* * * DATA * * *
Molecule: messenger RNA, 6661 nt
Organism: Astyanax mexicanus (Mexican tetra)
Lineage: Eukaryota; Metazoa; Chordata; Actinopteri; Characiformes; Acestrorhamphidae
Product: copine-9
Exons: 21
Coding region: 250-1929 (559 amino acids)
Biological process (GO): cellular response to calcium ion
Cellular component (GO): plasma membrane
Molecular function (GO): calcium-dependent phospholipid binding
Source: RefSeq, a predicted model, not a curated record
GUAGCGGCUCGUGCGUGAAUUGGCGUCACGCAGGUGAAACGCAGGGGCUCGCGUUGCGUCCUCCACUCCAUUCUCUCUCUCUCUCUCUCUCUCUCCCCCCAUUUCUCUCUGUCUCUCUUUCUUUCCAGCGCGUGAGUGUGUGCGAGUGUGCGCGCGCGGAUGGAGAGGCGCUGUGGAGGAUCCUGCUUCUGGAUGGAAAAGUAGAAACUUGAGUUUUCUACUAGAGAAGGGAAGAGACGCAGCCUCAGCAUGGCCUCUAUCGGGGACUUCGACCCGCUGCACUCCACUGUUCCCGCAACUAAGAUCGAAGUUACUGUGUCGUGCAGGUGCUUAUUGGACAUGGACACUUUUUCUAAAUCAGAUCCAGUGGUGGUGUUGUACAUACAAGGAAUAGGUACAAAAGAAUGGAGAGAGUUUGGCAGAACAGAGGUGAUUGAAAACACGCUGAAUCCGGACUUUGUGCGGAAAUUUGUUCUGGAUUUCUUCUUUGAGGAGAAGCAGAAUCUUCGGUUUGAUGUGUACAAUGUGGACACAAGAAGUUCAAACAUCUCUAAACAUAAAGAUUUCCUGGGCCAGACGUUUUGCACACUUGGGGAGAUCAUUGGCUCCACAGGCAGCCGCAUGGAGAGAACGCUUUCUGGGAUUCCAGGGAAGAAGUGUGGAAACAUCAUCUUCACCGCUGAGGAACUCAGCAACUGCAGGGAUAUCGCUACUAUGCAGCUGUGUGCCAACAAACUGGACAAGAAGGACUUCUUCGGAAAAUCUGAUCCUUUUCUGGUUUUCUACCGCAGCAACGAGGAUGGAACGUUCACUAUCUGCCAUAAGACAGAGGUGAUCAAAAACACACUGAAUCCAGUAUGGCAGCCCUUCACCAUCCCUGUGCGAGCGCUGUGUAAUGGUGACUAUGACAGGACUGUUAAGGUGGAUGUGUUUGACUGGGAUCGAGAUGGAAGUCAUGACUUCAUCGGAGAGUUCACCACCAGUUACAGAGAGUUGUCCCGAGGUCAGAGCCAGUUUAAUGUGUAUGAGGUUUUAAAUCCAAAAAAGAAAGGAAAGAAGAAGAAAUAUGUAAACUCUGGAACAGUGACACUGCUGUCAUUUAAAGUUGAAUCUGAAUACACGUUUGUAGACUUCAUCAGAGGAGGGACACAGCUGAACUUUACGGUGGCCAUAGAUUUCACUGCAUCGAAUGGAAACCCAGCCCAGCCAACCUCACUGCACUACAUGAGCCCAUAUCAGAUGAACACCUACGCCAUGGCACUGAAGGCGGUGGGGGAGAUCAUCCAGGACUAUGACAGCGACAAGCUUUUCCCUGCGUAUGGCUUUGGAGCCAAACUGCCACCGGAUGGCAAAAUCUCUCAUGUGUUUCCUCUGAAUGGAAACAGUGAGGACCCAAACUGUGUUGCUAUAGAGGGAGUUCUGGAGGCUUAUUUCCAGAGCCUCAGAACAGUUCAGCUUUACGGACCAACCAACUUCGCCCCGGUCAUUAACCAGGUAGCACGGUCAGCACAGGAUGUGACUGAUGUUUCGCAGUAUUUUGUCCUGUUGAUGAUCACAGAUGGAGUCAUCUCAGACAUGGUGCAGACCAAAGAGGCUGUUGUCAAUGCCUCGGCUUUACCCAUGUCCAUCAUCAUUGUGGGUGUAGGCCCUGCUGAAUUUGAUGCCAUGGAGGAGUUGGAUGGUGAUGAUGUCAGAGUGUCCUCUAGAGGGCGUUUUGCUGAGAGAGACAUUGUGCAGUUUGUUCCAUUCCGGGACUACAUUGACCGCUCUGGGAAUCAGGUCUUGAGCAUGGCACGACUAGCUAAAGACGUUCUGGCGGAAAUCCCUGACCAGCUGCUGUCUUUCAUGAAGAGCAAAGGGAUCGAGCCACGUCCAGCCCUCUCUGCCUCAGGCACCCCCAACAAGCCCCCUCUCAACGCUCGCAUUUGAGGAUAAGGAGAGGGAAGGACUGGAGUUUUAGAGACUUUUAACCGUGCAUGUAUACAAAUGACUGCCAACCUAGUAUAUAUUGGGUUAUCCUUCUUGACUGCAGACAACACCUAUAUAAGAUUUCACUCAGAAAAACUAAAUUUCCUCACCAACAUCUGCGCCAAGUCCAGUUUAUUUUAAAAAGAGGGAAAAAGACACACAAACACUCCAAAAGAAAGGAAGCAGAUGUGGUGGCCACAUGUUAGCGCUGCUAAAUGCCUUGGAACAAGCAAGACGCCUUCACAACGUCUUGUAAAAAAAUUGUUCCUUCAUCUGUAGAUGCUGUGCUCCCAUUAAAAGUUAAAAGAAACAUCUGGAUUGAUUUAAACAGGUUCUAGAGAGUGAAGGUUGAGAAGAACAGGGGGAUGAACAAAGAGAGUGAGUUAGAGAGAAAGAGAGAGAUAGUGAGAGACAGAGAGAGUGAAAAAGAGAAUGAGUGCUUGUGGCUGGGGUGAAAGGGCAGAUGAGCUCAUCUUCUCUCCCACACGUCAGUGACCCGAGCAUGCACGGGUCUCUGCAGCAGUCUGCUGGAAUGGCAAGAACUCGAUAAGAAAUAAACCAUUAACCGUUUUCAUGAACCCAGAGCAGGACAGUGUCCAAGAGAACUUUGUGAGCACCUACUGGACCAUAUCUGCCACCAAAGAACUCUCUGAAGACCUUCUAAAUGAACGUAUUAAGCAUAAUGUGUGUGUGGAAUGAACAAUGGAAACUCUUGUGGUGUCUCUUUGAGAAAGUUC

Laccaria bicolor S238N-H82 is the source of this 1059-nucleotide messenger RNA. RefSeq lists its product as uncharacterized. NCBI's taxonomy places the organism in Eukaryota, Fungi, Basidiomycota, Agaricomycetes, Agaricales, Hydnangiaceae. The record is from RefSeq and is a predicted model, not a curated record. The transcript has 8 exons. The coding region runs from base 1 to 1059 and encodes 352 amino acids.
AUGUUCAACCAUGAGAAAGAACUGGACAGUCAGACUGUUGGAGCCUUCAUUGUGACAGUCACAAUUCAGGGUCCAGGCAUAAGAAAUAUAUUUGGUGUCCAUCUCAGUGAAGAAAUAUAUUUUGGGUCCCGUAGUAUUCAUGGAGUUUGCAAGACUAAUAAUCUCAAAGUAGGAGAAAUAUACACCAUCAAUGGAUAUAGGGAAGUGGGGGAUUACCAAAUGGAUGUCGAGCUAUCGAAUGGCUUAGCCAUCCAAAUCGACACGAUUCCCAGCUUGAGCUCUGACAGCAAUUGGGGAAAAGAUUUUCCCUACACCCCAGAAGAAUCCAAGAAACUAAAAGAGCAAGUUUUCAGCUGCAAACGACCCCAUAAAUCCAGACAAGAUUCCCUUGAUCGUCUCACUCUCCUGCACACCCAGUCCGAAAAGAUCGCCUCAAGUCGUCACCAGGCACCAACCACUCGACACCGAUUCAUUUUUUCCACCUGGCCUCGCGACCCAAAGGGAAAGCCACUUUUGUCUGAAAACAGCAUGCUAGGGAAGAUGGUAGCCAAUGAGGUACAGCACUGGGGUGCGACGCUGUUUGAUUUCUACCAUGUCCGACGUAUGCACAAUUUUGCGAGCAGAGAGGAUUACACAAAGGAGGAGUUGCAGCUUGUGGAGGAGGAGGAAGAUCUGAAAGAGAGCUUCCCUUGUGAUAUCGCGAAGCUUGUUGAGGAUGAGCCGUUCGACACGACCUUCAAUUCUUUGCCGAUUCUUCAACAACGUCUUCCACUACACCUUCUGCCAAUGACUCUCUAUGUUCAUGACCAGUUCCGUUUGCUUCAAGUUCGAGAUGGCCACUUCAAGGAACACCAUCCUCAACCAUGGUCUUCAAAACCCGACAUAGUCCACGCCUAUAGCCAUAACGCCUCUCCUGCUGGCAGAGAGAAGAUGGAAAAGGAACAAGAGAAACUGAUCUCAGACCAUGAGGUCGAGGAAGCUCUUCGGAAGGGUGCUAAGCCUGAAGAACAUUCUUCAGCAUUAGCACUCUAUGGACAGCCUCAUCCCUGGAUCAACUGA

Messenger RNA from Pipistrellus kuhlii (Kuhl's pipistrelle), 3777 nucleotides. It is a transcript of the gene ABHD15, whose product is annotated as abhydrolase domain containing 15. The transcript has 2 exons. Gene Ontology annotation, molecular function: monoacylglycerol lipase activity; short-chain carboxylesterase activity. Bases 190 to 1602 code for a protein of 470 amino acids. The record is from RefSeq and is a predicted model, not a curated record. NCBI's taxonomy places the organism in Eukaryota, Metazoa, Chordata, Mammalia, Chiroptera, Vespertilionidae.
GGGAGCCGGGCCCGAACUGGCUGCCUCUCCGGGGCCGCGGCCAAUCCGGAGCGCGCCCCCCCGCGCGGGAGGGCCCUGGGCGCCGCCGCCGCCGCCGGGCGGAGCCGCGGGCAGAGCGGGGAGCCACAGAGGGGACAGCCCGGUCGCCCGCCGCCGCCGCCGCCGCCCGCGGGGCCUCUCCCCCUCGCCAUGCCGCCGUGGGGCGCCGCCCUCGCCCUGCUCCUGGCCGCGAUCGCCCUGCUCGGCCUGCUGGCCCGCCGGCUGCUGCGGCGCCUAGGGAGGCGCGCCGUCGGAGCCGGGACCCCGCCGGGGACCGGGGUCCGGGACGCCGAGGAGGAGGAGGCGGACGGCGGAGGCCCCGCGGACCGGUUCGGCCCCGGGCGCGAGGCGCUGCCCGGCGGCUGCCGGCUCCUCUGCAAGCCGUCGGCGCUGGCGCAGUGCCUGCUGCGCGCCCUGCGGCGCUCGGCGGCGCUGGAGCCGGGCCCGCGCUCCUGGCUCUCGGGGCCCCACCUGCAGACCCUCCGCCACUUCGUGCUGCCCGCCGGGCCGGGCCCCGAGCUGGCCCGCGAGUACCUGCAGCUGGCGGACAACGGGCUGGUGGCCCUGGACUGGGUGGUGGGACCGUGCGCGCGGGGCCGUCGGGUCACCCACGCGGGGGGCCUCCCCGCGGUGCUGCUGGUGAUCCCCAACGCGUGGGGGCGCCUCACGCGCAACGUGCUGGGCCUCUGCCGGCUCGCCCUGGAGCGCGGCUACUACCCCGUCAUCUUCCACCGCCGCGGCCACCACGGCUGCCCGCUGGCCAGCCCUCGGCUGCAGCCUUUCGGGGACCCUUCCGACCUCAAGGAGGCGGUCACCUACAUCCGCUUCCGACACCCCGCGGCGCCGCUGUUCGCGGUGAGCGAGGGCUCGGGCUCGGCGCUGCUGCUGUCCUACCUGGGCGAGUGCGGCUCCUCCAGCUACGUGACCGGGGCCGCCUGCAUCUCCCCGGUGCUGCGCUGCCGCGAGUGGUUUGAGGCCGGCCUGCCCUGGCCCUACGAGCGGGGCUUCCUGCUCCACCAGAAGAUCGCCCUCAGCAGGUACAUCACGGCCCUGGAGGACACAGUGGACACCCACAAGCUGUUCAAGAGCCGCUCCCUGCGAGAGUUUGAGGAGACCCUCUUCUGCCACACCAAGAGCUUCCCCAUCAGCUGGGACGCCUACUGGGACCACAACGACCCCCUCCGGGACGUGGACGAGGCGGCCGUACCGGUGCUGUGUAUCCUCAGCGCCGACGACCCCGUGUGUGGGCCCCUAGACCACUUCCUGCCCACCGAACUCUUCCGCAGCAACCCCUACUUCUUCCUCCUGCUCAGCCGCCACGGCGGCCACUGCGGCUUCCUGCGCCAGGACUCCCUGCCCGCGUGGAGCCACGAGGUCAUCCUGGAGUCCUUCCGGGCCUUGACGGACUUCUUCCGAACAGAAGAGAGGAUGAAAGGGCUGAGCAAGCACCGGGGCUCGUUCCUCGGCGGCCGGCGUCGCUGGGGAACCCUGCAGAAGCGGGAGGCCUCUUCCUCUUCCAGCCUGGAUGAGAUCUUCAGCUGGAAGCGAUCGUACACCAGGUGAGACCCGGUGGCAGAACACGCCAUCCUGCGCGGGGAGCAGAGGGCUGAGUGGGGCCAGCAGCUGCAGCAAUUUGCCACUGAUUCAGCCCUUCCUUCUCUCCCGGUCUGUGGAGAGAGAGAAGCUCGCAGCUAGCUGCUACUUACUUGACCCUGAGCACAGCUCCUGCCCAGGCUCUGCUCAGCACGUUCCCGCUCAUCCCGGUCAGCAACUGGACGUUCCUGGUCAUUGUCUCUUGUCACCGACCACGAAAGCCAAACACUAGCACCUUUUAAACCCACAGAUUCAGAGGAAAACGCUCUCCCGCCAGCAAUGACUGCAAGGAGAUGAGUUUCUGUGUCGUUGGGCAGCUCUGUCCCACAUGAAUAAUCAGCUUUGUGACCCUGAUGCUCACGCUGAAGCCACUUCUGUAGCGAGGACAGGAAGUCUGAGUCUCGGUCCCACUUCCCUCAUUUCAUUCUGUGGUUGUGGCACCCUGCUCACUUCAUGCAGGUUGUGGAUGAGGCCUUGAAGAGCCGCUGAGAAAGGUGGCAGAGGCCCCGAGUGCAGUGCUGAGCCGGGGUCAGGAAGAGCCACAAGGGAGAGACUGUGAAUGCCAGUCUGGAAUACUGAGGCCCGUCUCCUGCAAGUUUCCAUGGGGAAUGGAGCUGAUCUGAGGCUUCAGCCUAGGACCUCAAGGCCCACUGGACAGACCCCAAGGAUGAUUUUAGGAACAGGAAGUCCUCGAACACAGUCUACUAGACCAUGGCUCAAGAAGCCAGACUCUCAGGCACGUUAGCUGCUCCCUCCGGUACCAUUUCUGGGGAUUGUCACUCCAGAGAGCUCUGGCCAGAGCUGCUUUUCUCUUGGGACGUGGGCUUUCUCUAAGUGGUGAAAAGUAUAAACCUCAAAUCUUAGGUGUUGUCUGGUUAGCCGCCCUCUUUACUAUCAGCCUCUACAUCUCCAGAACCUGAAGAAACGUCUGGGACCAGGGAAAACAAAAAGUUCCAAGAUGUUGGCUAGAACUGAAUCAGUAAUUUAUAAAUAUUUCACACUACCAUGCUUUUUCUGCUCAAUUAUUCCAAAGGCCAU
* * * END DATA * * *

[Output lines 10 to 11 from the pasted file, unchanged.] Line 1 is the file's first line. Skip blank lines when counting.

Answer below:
Source: RefSeq, a predicted model, not a curated record
GUAGCGGCUCGUGCGUGAAUUGGCGUCACGCAGGUGAAACGCAGGGGCUCGCGUUGCGUCCUCCACUCCAUUCUCUCUCUCUCUCUCUCUCUCUCCCCCCAUUUCUCUCUGUCUCUCUUUCUUUCCAGCGCGUGAGUGUGUGCGAGUGUGCGCGCGCGGAUGGAGAGGCGCUGUGGAGGAUCCUGCUUCUGGAUGGAAAAGUAGAAACUUGAGUUUUCUACUAGAGAAGGGAAGAGACGCAGCCUCAGCAUGGCCUCUAUCGGGGACUUCGACCCGCUGCACUCCACUGUUCCCGCAACUAAGAUCGAAGUUACUGUGUCGUGCAGGUGCUUAUUGGACAUGGACACUUUUUCUAAAUCAGAUCCAGUGGUGGUGUUGUACAUACAAGGAAUAGGUACAAAAGAAUGGAGAGAGUUUGGCAGAACAGAGGUGAUUGAAAACACGCUGAAUCCGGACUUUGUGCGGAAAUUUGUUCUGGAUUUCUUCUUUGAGGAGAAGCAGAAUCUUCGGUUUGAUGUGUACAAUGUGGACACAAGAAGUUCAAACAUCUCUAAACAUAAAGAUUUCCUGGGCCAGACGUUUUGCACACUUGGGGAGAUCAUUGGCUCCACAGGCAGCCGCAUGGAGAGAACGCUUUCUGGGAUUCCAGGGAAGAAGUGUGGAAACAUCAUCUUCACCGCUGAGGAACUCAGCAACUGCAGGGAUAUCGCUACUAUGCAGCUGUGUGCCAACAAACUGGACAAGAAGGACUUCUUCGGAAAAUCUGAUCCUUUUCUGGUUUUCUACCGCAGCAACGAGGAUGGAACGUUCACUAUCUGCCAUAAGACAGAGGUGAUCAAAAACACACUGAAUCCAGUAUGGCAGCCCUUCACCAUCCCUGUGCGAGCGCUGUGUAAUGGUGACUAUGACAGGACUGUUAAGGUGGAUGUGUUUGACUGGGAUCGAGAUGGAAGUCAUGACUUCAUCGGAGAGUUCACCACCAGUUACAGAGAGUUGUCCCGAGGUCAGAGCCAGUUUAAUGUGUAUGAGGUUUUAAAUCCAAAAAAGAAAGGAAAGAAGAAGAAAUAUGUAAACUCUGGAACAGUGACACUGCUGUCAUUUAAAGUUGAAUCUGAAUACACGUUUGUAGACUUCAUCAGAGGAGGGACACAGCUGAACUUUACGGUGGCCAUAGAUUUCACUGCAUCGAAUGGAAACCCAGCCCAGCCAACCUCACUGCACUACAUGAGCCCAUAUCAGAUGAACACCUACGCCAUGGCACUGAAGGCGGUGGGGGAGAUCAUCCAGGACUAUGACAGCGACAAGCUUUUCCCUGCGUAUGGCUUUGGAGCCAAACUGCCACCGGAUGGCAAAAUCUCUCAUGUGUUUCCUCUGAAUGGAAACAGUGAGGACCCAAACUGUGUUGCUAUAGAGGGAGUUCUGGAGGCUUAUUUCCAGAGCCUCAGAACAGUUCAGCUUUACGGACCAACCAACUUCGCCCCGGUCAUUAACCAGGUAGCACGGUCAGCACAGGAUGUGACUGAUGUUUCGCAGUAUUUUGUCCUGUUGAUGAUCACAGAUGGAGUCAUCUCAGACAUGGUGCAGACCAAAGAGGCUGUUGUCAAUGCCUCGGCUUUACCCAUGUCCAUCAUCAUUGUGGGUGUAGGCCCUGCUGAAUUUGAUGCCAUGGAGGAGUUGGAUGGUGAUGAUGUCAGAGUGUCCUCUAGAGGGCGUUUUGCUGAGAGAGACAUUGUGCAGUUUGUUCCAUUCCGGGACUACAUUGACCGCUCUGGGAAUCAGGUCUUGAGCAUGGCACGACUAGCUAAAGACGUUCUGGCGGAAAUCCCUGACCAGCUGCUGUCUUUCAUGAAGAGCAAAGGGAUCGAGCCACGUCCAGCCCUCUCUGCCUCAGGCACCCCCAACAAGCCCCCUCUCAACGCUCGCAUUUGAGGAUAAGGAGAGGGAAGGACUGGAGUUUUAGAGACUUUUAACCGUGCAUGUAUACAAAUGACUGCCAACCUAGUAUAUAUUGGGUUAUCCUUCUUGACUGCAGACAACACCUAUAUAAGAUUUCACUCAGAAAAACUAAAUUUCCUCACCAACAUCUGCGCCAAGUCCAGUUUAUUUUAAAAAGAGGGAAAAAGACACACAAACACUCCAAAAGAAAGGAAGCAGAUGUGGUGGCCACAUGUUAGCGCUGCUAAAUGCCUUGGAACAAGCAAGACGCCUUCACAACGUCUUGUAAAAAAAUUGUUCCUUCAUCUGUAGAUGCUGUGCUCCCAUUAAAAGUUAAAAGAAACAUCUGGAUUGAUUUAAACAGGUUCUAGAGAGUGAAGGUUGAGAAGAACAGGGGGAUGAACAAAGAGAGUGAGUUAGAGAGAAAGAGAGAGAUAGUGAGAGACAGAGAGAGUGAAAAAGAGAAUGAGUGCUUGUGGCUGGGGUGAAAGGGCAGAUGAGCUCAUCUUCUCUCCCACACGUCAGUGACCCGAGCAUGCACGGGUCUCUGCAGCAGUCUGCUGGAAUGGCAAGAACUCGAUAAGAAAUAAACCAUUAACCGUUUUCAUGAACCCAGAGCAGGACAGUGUCCAAGAGAACUUUGUGAGCACCUACUGGACCAUAUCUGCCACCAAAGAACUCUCUGAAGACCUUCUAAAUGAACGUAUUAAGCAUAAUGUGUGUGUGGAAUGAACAAUGGAAACUCUUGUGGUGUCUCUUUGAGAAAGUUC